Blind Faith by CJ Lyons is an edgy, stand-alone romantic suspense novel. This new edition includes new material (available July 31, 2012).
I’ve come to admire well-written romantic suspense. It takes a lot of skill to maintain a number of points of view, grow characters, and provide a dash of romance—both wholesome and hot—then pull the plot together without losing the reader.
CJ Lyons weaves an intricate plot that takes off at a gallop with continual twists and turns along the trail. As a reader I did skid, from time to time, due to some name confusion, a ton of characters, and the frequent demand for suspension of disbelief. But the book, set in the Adirondack Mountains with an eye well focused on that area’s dark beauty—kept me in the stirrups to the last page.
We’ve got two heroines here. The first, Sarah, is a widow who has lost both husband and son to a serial killer. She’s a schoolteacher whose character initially verges on weak until a twist in the plot transforms her long-suppressed anger into gutsy determination. The second, an FBI Special Agent, comes on strong despite serious illness, and it is she who provides a bit of erotic tension. With two heroines, there is room for a handful of flawed heroes, along with two despicable villains.
When the book opens, Sarah is witnessing the execution of the man who confessed to murdering her husband and son along with other little boys. The killer has refused to reveal where he has buried her family, and she leaves with renewed grief, having lost everything without hope of moving on. When she finally determines to find the bodies on her own, we readers sit up in our seats as we’re introduced to her search-and-rescue skills that include backpacking, rock climbing, topographical map reading, tracking, and shooting.
Lyons sustains an undercurrent of suspense throughout the book, and her background as a pediatric ER doctor enhances its shivery forensic detail:
Sarah slipped. Skittering back along the boulder, unable to regain her balance, her feet flew out from under her. Dead leaves and twigs scattered through the air. She slammed back against the rock face, hitting her head. One foot slid into the water, into the grasp of slimy, decomposed vegetation that tried to suck her down.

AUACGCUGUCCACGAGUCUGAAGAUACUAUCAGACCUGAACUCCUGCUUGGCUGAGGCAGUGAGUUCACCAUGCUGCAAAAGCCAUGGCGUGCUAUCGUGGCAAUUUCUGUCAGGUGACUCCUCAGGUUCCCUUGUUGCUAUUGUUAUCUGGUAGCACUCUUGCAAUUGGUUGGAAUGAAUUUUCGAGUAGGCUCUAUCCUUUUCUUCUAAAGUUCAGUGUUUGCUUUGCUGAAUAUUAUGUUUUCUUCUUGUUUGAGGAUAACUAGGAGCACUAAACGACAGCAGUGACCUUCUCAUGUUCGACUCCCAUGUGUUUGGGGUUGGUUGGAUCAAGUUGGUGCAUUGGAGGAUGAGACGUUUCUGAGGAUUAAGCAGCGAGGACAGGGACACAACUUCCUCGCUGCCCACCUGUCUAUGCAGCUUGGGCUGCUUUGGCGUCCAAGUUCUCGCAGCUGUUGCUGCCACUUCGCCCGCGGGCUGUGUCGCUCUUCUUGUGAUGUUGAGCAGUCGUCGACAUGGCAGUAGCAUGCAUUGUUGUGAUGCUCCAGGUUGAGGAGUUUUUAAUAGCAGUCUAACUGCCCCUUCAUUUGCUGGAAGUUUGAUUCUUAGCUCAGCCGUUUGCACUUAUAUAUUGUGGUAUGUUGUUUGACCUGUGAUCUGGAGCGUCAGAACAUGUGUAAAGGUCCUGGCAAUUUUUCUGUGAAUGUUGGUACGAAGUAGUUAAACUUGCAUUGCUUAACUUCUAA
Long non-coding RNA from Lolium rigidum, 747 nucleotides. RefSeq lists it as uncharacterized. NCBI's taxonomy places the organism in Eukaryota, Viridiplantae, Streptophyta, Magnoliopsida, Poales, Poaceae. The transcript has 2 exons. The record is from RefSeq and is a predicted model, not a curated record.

Her rope stopped her from tumbling completely into the water, where she’d be at the mercy of the current. She lay there, her left leg bent against the boulder, her right one immersed up to her knee, cold water surging in to fill her boot, her head throbbing, her vision flickering with bright lights. At first she couldn’t breathe; it was as if all the air had been sucked out and her lungs collapsed.
She made an effort and drew a deep, long draught of sparkling crisp air that burned her lungs. The muscles along her right chest wall voiced their protest and she knew she’d find bruises there by morning. At least she’d live to see morning. . . .
. . . .The head was misshapen, giving it the appearance of being swollen. The lower jaw hung by one side only. The flesh, eyes, tongue were all gone, as were several of the teeth, leaving a gaping hole behind. The bone was exposed in a few patchy areas, but most of the skull was covered by greasy yellow-brown adipocere tissue and algae interspersed with tangles of hair.
Sarah unravels a trail of lies with the help of men she trusts yet whose hands, it turns out, are not entirely clean. We’re mystified until the final threads of the novel are unwound. Lyons is merciless with one or two characters we’ve come to like, and that dollop of darkness helped me to swallow an otherwise not-quite-believable finish.
Altogether, Lyons is an admirable writer who has given a twist not only to plot and character, but to the romantic suspense genre itself.
Lois Karlin writes fiction and blogs at Women of Mystery. In the pursuit of authenticity she’s learned to dag sheep and take down a silo, and knows where to deep six a body in New York’s Hudson Valley.